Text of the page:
We repeat it: war, in some shape or other, is the normal condition of the world. It is a fearful fact: but we shall not abolish it by ignoring it, and ignoring by the same method the teaching of our Bibles. Not in mere metaphor does the gospel of Love describe the life of the individual good man as a perpetual warfare. Not in mere metaphor does the apostle of Love see in his visions of the world's future no Arcadian shepherd paradises, not even a perfect civilisation, but an eternal war in heaven, wrath and woe, plague and earthquake; and amid the everlasting storm, the voices of the saints beneath the altar crying, 'Lord, how long?' Shall we pretend to have more tender hearts than the old man of Ephesus, whose dying sermon, so old legends say, was nought but--'Little children, love one another'; and who yet could denounce the liar and the hater and the covetous man, and proclaim the vengeance of God against all evildoers, with all the fierceness of an Isaiah? It was enough for him--let it be enough for us--that he should see, above the thunder- cloud, and the rain of blood, and the scorpion swarm, and the great angel calling all the fowl of heaven to the supper of the great God, that they might eat the flesh of kings and valiant men, a city of God eternal in the heavens, and yet eternally descending among men; a perfect order, justice, love, and peace, becoming actual more and more in every age, through all the fearful training needful for a fallen race.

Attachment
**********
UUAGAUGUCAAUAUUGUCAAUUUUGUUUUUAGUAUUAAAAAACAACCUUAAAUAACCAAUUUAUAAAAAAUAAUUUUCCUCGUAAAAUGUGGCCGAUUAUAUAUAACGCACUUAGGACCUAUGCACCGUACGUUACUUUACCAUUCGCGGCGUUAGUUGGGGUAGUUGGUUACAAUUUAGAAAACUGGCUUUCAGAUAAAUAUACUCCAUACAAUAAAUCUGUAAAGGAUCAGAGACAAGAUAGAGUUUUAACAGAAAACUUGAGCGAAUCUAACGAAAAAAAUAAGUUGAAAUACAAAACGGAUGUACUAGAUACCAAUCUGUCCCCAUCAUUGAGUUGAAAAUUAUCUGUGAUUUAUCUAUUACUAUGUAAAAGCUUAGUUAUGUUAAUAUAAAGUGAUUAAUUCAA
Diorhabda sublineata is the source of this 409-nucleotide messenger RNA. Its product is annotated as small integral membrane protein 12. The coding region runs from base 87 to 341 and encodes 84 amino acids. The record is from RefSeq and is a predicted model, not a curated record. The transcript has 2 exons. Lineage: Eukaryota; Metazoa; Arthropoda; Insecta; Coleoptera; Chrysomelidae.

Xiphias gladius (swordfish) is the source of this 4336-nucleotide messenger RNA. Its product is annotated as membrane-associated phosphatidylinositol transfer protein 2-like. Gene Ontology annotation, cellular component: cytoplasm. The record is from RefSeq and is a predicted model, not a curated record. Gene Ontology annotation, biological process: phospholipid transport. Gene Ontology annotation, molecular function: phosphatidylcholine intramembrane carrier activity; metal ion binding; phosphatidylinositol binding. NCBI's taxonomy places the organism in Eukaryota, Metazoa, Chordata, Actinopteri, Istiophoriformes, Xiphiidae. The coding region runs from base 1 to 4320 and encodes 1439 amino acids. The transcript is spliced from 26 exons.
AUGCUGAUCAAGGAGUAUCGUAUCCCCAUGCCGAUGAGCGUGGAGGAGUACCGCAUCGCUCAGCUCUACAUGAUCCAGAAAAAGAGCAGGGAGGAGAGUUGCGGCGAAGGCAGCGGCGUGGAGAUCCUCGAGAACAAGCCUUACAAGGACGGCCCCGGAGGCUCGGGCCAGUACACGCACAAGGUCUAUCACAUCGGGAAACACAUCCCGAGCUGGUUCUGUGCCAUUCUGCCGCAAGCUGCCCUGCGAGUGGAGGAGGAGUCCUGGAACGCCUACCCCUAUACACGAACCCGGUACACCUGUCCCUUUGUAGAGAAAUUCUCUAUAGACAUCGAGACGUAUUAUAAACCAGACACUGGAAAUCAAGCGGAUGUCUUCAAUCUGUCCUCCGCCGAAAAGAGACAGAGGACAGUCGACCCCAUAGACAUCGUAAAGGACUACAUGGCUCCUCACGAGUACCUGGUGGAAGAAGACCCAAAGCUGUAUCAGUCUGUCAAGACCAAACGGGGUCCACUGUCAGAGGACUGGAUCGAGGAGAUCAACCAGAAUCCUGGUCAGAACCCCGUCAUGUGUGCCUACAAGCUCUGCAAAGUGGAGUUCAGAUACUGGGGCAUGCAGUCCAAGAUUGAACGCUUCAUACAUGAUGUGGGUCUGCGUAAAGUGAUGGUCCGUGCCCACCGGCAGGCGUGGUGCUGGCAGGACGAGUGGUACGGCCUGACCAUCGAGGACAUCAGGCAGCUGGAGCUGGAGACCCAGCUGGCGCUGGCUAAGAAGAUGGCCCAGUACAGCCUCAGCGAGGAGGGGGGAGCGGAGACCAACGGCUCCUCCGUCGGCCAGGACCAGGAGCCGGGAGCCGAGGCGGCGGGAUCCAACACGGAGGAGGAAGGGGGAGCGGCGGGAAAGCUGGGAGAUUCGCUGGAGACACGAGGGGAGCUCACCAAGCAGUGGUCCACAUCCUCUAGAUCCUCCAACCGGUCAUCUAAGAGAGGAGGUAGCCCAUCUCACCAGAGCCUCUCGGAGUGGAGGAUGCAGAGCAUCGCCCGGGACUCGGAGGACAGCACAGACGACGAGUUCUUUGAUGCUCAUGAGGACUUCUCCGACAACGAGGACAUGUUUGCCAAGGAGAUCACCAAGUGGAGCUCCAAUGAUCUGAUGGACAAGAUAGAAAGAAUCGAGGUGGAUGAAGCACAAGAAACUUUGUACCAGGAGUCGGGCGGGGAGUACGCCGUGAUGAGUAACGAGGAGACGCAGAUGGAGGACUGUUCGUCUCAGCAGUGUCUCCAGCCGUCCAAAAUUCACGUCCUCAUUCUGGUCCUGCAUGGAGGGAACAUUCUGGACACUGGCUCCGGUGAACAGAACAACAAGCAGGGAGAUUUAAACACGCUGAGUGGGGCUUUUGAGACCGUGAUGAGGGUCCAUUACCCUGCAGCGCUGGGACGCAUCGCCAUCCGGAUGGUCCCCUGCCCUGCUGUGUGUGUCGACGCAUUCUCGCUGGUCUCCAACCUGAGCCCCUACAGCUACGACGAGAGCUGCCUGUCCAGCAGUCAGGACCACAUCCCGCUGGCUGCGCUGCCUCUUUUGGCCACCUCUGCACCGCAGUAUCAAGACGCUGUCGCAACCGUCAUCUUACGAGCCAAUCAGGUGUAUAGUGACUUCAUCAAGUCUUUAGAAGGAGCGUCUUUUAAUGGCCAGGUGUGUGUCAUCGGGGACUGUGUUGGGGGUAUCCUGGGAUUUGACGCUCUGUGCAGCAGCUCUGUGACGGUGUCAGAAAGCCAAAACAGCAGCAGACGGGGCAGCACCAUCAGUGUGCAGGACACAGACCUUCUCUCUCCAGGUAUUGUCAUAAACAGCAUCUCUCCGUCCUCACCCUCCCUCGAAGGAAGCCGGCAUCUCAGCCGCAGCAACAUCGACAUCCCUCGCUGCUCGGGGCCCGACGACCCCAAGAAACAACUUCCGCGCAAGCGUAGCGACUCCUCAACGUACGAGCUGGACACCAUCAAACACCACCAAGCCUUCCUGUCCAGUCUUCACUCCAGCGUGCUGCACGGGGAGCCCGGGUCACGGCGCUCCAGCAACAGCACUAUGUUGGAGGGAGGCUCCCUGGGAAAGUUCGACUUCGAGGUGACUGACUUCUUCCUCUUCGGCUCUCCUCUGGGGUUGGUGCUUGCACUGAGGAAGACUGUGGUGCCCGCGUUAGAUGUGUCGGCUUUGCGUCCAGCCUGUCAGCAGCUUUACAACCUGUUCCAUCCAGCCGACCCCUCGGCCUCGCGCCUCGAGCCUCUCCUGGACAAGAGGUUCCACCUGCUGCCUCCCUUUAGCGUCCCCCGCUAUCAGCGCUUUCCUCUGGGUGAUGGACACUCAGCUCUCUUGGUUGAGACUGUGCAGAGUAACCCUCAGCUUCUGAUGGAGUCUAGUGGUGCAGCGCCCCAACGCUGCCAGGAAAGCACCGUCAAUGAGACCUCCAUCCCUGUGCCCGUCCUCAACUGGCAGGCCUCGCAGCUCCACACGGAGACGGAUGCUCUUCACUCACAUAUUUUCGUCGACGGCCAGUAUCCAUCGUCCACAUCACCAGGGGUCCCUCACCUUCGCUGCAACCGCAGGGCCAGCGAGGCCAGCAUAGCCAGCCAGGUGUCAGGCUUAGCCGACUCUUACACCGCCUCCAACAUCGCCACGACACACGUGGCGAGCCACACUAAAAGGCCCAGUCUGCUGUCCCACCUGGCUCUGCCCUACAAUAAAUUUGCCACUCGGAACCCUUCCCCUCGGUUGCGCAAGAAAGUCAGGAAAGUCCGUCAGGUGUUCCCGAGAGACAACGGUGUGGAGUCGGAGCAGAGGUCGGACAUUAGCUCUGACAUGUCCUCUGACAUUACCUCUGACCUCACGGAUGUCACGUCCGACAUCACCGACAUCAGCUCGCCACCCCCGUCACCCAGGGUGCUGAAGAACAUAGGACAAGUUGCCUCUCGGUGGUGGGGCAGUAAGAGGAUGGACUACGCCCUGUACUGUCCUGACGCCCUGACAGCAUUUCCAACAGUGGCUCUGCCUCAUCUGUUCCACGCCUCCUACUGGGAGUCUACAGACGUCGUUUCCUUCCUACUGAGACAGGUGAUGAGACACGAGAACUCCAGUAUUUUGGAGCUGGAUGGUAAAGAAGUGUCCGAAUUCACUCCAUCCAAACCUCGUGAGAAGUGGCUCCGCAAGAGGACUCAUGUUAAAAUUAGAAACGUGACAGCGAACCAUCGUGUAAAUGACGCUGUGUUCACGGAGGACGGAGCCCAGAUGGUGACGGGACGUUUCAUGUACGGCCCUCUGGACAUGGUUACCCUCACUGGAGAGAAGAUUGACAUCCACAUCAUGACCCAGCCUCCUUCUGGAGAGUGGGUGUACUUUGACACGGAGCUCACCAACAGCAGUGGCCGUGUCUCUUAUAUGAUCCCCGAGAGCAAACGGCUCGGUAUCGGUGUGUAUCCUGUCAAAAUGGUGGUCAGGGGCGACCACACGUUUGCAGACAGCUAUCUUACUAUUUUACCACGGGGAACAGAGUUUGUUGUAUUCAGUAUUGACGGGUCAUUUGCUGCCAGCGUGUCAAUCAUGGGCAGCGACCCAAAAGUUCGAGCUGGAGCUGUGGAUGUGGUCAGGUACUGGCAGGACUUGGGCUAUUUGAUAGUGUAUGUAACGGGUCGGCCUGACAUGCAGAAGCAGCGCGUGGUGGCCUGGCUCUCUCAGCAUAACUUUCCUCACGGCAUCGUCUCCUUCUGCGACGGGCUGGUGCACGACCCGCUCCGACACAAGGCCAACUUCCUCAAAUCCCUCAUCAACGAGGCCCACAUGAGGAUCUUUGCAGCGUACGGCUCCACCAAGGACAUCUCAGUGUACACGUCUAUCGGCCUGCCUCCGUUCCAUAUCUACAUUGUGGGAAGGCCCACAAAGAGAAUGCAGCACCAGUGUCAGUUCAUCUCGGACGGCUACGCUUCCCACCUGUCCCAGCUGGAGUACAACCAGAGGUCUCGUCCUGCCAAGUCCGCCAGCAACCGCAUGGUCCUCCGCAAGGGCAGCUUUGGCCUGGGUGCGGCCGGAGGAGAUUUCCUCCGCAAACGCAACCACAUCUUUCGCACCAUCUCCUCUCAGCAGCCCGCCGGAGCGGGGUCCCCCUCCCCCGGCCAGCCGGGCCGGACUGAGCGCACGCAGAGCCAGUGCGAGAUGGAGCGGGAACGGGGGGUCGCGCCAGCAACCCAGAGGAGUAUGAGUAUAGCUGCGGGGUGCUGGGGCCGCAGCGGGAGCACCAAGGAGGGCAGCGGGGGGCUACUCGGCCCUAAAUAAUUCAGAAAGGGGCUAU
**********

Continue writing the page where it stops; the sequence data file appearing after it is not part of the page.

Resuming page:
Let that be enough for us: but do not let us fancy that what is true of the two extremes must not needs be true of the mean also; that while the life of the individual and of the universe is one of perpetual self-defence, the life of the nation can be aught else: or that any appliances of scientific comforts, any intellectual cultivation, even any of the most direct and common-sense arguments of self-interest, can avail to quiet in man those outbursts of wrath, ambition, cupidity, wounded pride, which have periodically convulsed, and will convulse to the end, the human race. The philosopher in his study may prove their absurdity, their suicidal folly, till, deluded by the strange lull of a forty years' peace, he may look on wars as in the same category with flagellantisms, witch-manias, and other 'popular delusions,' as insanities of the past, impossible henceforth; and may prophesy, as really wise political economists were doing in 1847, that mankind had grown too sensible to go to war any more. And behold, the peace proves only to be the lull before the thunderstorm; and one electric shock sets free forces unsuspected, transcendental, supernatural in the deepest sense; forces which we can no more stop, by shrieks at their absurdity, from incarnating themselves in actual blood, and misery, and horror, than we can control the madman in his paroxysm by telling him that he is a madman. And so the fair vision of the student is buried once more in rack and hail and driving storm; and, like Daniel of old when rejoicing over the coming restoration of his people, he sees beyond the victory some darker struggle still, and lets his notes of triumph die away into a wail,--'And the end thereof shall be with a flood; and to the end of the war desolations are determined.'